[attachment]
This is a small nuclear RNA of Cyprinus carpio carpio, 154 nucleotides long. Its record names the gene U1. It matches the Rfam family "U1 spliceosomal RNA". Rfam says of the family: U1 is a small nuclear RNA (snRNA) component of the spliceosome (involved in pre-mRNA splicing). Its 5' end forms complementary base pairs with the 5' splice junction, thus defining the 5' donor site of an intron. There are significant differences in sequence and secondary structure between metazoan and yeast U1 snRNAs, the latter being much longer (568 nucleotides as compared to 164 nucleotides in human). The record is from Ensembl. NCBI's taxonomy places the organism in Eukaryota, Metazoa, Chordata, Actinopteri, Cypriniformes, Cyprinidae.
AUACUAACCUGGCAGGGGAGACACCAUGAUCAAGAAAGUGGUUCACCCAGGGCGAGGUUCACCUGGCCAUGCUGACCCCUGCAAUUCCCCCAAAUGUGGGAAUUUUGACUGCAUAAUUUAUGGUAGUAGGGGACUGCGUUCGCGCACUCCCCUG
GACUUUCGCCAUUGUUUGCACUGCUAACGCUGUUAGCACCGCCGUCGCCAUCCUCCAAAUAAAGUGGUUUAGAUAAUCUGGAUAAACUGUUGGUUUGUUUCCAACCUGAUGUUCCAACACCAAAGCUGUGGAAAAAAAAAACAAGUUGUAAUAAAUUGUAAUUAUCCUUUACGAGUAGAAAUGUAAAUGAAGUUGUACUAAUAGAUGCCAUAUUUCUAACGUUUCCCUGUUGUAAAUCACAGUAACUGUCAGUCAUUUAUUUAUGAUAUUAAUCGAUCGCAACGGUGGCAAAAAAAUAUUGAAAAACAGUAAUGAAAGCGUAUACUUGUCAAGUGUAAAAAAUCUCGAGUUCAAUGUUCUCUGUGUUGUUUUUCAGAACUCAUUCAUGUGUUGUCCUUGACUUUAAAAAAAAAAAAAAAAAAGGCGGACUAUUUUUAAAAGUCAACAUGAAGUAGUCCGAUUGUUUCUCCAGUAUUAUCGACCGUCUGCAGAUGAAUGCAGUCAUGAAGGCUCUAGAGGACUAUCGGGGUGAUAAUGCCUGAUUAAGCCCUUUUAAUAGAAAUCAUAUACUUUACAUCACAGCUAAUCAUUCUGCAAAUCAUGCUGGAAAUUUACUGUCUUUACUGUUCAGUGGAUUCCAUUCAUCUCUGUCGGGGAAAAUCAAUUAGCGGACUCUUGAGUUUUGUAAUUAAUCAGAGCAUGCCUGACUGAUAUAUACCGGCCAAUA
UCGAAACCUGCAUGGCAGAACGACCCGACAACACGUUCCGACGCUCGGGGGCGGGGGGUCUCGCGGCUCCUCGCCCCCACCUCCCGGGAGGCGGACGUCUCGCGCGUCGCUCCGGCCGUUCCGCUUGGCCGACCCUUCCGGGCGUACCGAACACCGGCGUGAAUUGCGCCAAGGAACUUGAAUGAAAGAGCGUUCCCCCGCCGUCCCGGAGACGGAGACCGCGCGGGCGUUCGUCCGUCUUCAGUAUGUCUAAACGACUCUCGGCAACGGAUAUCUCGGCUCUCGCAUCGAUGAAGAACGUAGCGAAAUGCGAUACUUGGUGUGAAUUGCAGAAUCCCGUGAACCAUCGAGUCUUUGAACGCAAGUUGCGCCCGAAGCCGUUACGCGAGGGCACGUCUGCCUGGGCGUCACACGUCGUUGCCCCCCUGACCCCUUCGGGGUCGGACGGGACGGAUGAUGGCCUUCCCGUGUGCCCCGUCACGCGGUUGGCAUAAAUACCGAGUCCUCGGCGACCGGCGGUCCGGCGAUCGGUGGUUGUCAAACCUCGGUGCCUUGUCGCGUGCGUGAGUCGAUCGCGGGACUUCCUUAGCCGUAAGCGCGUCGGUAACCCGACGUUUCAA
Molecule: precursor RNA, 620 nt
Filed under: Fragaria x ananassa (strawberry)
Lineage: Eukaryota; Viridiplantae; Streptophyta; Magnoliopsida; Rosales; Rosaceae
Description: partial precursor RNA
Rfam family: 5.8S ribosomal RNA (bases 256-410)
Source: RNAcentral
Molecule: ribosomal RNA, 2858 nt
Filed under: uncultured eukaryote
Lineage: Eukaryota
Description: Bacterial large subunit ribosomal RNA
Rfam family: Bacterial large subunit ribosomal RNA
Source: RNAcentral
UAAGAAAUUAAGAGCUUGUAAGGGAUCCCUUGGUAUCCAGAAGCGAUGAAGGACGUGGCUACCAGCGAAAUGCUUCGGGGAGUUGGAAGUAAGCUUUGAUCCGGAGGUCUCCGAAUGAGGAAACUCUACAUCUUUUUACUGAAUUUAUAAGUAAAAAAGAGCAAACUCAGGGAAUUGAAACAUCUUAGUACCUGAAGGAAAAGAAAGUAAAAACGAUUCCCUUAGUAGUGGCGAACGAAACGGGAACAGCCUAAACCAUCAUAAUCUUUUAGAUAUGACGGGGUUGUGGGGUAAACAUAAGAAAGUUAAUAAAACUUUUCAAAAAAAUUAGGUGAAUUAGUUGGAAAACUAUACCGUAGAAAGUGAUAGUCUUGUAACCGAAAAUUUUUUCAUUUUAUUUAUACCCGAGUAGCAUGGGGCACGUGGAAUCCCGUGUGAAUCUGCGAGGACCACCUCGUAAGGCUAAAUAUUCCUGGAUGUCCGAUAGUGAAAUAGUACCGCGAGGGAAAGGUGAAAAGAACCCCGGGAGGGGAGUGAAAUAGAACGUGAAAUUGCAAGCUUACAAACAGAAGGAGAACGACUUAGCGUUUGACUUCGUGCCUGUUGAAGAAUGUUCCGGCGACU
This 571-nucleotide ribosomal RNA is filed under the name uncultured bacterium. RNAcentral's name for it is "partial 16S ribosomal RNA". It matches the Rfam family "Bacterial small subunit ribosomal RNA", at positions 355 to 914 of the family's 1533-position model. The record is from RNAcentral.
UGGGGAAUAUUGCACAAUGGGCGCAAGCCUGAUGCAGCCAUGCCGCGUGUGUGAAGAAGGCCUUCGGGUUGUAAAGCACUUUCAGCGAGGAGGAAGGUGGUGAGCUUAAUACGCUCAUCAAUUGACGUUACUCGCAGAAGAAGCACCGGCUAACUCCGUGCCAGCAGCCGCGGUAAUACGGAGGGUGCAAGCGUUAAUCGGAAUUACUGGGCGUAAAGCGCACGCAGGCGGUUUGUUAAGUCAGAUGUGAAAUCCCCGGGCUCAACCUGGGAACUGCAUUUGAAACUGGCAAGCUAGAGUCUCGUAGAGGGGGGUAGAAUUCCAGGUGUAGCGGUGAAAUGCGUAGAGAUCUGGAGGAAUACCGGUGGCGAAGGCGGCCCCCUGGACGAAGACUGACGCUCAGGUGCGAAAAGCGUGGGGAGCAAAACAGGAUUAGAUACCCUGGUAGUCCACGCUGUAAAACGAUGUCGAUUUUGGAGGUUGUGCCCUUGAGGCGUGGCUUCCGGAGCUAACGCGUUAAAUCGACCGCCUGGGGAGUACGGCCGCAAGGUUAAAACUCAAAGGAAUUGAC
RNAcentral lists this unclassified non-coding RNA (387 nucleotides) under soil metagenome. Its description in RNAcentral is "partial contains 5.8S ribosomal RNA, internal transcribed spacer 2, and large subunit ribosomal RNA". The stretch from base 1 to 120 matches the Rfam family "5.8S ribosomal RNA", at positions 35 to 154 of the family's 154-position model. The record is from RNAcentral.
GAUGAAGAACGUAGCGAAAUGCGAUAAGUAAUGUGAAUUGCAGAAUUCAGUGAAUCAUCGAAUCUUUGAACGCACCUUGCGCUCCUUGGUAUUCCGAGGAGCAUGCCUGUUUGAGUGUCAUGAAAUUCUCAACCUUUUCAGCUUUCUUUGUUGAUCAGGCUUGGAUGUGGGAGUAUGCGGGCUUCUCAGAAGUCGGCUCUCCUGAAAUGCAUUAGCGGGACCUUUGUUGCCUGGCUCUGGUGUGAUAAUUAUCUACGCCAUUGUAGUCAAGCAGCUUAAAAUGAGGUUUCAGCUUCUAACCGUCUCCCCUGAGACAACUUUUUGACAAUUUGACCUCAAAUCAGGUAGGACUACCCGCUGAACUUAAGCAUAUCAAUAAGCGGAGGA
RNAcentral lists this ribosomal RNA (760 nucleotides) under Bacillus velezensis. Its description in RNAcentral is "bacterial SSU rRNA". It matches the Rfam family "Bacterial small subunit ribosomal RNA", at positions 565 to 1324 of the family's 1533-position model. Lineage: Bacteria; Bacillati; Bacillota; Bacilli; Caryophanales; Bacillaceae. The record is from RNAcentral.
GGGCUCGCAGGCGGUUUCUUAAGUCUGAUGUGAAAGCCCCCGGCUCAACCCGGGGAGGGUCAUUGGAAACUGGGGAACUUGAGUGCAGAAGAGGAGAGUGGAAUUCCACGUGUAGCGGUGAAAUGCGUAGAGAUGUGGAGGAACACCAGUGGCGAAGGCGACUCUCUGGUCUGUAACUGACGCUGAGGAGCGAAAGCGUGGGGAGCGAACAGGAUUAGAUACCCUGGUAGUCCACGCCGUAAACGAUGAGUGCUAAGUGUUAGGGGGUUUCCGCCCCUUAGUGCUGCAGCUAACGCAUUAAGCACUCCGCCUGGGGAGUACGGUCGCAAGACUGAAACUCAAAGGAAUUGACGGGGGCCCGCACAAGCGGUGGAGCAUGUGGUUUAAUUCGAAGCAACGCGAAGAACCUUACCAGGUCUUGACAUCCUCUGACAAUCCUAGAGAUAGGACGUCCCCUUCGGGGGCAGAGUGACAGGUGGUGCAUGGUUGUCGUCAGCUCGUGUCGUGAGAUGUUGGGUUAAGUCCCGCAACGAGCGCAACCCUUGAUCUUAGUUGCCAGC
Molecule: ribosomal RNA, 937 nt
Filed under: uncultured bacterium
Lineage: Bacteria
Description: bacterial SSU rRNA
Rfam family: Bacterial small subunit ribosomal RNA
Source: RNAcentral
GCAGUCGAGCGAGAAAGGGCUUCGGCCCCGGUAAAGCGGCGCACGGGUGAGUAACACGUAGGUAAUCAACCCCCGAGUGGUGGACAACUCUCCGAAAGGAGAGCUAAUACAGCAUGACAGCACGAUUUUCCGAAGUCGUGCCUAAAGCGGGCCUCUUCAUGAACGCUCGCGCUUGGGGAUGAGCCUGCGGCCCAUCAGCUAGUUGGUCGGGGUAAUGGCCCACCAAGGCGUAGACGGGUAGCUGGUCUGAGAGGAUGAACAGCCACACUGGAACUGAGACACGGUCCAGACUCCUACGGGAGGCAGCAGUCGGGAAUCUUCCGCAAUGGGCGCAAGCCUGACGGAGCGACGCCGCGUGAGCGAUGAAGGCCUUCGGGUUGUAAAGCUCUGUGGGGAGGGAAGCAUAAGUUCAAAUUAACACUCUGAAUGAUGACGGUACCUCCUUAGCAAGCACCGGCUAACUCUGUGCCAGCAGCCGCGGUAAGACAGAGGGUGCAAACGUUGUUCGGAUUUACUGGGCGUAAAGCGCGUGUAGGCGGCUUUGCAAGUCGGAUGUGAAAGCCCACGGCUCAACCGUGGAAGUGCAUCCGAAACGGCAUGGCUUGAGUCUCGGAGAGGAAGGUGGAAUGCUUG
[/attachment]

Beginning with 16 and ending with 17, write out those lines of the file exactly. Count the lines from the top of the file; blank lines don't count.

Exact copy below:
Source: RNAcentral
UAAGAAAUUAAGAGCUUGUAAGGGAUCCCUUGGUAUCCAGAAGCGAUGAAGGACGUGGCUACCAGCGAAAUGCUUCGGGGAGUUGGAAGUAAGCUUUGAUCCGGAGGUCUCCGAAUGAGGAAACUCUACAUCUUUUUACUGAAUUUAUAAGUAAAAAAGAGCAAACUCAGGGAAUUGAAACAUCUUAGUACCUGAAGGAAAAGAAAGUAAAAACGAUUCCCUUAGUAGUGGCGAACGAAACGGGAACAGCCUAAACCAUCAUAAUCUUUUAGAUAUGACGGGGUUGUGGGGUAAACAUAAGAAAGUUAAUAAAACUUUUCAAAAAAAUUAGGUGAAUUAGUUGGAAAACUAUACCGUAGAAAGUGAUAGUCUUGUAACCGAAAAUUUUUUCAUUUUAUUUAUACCCGAGUAGCAUGGGGCACGUGGAAUCCCGUGUGAAUCUGCGAGGACCACCUCGUAAGGCUAAAUAUUCCUGGAUGUCCGAUAGUGAAAUAGUACCGCGAGGGAAAGGUGAAAAGAACCCCGGGAGGGGAGUGAAAUAGAACGUGAAAUUGCAAGCUUACAAACAGAAGGAGAACGACUUAGCGUUUGACUUCGUGCCUGUUGAAGAAUGUUCCGGCGACU